Oak City Baptist Church Serves Their Community In Times Of Need
Oak City Baptist Church began in 1865, with meetings held in various homes in Raleigh's historic Method Community. The church and community were formed after the Emancipation when former slaves built their own homes in the neighborhood. The community was first called "Slave Rent," then "Slab Town," before finally being renamed Method after a post office was established in the area.
The congregation of Oak City Baptist is made up of people of many generations. Many are the descendants of those original families, and even more new members who have been drawn in by the friendliness and faithfulness of the church.
Their neighborhood is on the outer edge of Raleigh, just west of North Carolina State University. Like many historic communities of color, Method suffers from regular power outages. In an effort to protect their congregants from the ongoing threat of Covid-19, Oak City Baptist invested in streaming infrastructure so that their worship service would be available to everyone, but streaming technology requires reliable power.
On New Year’s Eve 2022, the pastor and worship team were preparing to broadcast a service to worshippers online when the neighborhood’s electricity failed. Record low temperatures across North Carolina had overtaxed the power grid and caused outages for hundreds of thousands. The extreme cold not only halted the service and the workstream, but left many in the community who rely on electric heaters in real peril.
To continue serving their community in the face of power grid uncertainty, Rev. Newkirk and the other Oak City Baptist leaders knew they needed a better solution. Patrick McNair, the head of the congregation’s technology team, suggested solar panels and battery storage to meet their challenge.
The solar panels were a great fit for the church. Thanks to a rebate from their power company, Duke Energy, and the support of the congregation, Oak City Baptist put together funding for the project quickly. They worked with a local installer and set up their photoelectric generation system to power their facilities, completing their project by the following spring.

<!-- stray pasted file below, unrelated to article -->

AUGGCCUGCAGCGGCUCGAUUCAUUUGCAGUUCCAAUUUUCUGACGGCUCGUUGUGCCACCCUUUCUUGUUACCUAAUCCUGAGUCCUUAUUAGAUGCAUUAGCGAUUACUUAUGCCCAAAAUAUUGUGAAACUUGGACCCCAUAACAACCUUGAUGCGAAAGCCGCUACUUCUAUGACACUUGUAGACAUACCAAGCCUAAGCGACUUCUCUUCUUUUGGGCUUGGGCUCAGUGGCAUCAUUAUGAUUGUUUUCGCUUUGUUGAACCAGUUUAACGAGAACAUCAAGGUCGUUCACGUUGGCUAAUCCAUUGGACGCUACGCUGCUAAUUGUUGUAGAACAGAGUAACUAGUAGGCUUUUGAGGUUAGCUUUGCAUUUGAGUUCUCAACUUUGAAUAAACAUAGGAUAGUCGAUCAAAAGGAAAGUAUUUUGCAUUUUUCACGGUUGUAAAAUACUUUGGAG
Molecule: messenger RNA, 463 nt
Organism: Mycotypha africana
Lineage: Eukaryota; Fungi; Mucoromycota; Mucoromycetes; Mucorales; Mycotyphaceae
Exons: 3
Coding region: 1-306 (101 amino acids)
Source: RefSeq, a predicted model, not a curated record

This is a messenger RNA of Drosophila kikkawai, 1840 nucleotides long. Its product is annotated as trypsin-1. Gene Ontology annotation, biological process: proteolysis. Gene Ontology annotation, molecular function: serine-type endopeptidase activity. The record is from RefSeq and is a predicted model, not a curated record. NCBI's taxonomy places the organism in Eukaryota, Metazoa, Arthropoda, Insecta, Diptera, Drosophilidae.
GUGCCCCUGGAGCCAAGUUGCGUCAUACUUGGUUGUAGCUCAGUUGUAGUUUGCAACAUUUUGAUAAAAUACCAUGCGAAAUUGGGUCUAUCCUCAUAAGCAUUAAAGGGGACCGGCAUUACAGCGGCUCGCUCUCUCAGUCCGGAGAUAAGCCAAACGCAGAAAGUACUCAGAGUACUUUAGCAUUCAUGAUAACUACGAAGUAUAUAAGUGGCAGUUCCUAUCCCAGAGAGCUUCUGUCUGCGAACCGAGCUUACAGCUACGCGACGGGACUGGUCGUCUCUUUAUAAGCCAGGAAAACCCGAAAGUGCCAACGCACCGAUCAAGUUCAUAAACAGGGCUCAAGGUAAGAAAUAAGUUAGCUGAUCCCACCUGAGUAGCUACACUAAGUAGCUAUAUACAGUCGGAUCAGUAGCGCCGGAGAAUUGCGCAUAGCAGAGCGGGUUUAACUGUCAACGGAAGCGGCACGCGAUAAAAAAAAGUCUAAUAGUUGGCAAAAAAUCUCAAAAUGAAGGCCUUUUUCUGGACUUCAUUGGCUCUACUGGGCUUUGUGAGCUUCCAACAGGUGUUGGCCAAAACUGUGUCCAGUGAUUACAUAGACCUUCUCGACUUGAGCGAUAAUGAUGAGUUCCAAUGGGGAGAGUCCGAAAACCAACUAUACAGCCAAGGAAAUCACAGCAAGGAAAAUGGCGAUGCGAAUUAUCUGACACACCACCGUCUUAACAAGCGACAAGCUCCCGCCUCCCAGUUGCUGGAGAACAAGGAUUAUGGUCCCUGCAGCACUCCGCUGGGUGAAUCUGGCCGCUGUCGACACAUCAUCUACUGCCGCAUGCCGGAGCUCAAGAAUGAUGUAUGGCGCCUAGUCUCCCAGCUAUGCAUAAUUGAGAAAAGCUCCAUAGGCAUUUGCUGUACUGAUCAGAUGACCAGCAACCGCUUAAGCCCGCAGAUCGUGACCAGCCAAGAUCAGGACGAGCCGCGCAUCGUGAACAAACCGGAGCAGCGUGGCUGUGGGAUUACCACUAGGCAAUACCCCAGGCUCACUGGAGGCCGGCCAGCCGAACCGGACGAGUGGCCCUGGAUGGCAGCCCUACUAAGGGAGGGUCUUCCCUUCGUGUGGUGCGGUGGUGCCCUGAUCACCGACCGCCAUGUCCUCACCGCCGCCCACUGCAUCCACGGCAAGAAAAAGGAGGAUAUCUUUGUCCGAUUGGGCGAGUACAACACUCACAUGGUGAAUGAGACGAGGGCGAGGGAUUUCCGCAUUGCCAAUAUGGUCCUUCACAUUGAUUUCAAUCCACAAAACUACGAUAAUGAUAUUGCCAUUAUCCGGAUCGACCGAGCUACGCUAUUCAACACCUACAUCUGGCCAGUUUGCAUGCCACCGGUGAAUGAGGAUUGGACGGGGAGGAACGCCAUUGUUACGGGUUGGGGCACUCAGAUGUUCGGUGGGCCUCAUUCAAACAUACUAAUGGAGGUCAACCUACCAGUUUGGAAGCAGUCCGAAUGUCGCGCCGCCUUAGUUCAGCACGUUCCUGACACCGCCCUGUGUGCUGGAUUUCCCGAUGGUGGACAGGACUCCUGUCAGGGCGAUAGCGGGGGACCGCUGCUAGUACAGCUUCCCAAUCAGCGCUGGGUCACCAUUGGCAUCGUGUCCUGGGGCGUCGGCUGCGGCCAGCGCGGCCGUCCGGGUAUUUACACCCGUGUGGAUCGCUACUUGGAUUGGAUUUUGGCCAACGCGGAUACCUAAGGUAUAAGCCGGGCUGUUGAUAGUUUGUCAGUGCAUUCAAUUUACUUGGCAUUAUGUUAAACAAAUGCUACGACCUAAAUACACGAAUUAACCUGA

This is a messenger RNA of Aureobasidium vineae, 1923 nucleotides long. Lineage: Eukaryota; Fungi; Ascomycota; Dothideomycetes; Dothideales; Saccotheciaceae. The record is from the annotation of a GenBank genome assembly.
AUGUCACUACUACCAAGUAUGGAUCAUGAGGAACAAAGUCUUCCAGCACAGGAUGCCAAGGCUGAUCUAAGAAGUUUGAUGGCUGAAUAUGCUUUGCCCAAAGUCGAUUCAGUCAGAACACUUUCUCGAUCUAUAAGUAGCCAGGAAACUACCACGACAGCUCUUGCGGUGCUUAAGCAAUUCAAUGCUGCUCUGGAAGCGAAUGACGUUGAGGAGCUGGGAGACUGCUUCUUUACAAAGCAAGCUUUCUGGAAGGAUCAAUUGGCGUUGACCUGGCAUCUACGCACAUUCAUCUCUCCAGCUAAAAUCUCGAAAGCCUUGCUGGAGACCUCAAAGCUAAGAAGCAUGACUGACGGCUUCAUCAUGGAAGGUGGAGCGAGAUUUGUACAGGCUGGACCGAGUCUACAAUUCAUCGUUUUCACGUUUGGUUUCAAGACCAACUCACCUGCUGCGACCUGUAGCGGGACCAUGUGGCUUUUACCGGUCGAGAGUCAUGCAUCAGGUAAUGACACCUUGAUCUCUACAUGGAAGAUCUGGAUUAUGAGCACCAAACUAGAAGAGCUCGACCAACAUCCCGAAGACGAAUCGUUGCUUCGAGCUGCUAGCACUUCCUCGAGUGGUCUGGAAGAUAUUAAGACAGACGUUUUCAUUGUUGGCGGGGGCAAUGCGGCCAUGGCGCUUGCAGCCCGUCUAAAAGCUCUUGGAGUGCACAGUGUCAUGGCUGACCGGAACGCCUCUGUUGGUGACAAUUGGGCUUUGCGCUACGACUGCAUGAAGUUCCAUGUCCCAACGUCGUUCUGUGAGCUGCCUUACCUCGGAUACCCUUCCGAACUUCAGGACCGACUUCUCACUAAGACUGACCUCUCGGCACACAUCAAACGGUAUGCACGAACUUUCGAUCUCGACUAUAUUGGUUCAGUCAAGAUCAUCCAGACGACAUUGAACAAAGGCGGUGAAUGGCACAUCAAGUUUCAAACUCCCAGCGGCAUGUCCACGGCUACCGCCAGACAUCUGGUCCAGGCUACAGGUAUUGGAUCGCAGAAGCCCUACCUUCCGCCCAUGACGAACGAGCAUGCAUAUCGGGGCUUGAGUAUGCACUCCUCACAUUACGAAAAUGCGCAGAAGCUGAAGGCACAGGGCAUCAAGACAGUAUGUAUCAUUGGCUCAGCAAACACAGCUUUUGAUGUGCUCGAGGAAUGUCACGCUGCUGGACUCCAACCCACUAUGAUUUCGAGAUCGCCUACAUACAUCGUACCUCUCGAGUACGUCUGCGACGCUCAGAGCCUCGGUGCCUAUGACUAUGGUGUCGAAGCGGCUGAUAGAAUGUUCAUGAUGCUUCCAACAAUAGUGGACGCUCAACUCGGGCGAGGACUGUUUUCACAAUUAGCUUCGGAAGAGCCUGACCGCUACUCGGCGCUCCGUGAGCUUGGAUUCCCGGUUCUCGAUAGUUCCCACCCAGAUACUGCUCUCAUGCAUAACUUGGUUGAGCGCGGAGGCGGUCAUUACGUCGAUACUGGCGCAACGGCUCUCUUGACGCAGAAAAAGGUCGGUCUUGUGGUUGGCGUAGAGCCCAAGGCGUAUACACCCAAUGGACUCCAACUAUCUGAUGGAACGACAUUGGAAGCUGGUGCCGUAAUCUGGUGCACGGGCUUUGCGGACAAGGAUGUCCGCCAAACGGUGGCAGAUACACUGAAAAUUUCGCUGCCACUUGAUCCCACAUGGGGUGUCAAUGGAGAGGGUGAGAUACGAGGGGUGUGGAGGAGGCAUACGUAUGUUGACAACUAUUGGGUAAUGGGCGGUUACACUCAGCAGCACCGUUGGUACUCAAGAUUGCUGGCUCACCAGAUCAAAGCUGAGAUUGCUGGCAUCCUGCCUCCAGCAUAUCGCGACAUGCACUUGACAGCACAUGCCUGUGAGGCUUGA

Oak City Baptist is now prepared to support their neighbors in times of power outages with air conditioning or heat, refrigeration, and a place to charge phones and computers. The congregation is also saving hundreds of dollars a month on their monthly utility bills. According to Rev. Newkirk, the solar project will pay for itself within five or six years, and after that, the extra money may be put toward funding the congregation’s faith work, including their youth ministry and local food pantries.
Oak City Baptist is not resting on their laurels though. They are looking to add energy storage to their solar system. This would ensure they always have their own reliable power source to serve their neighborhood – even when the sun isn’t shining. Battery storage funded by the Inflation Reduction Act could allow the church to go even further in supporting their neighbors.
The congregation also wants to serve as an example for other faith communities that are curious about solar power, by demonstrating that funding these projects is feasible. Now that the Inflation Reduction Act refunds 30% or more of the cost for houses of worship adding solar infrastructure to their buildings, communities of faith like Oak City Baptist may easily reap the benefits of renewable power, cheaper utility, and energy independence.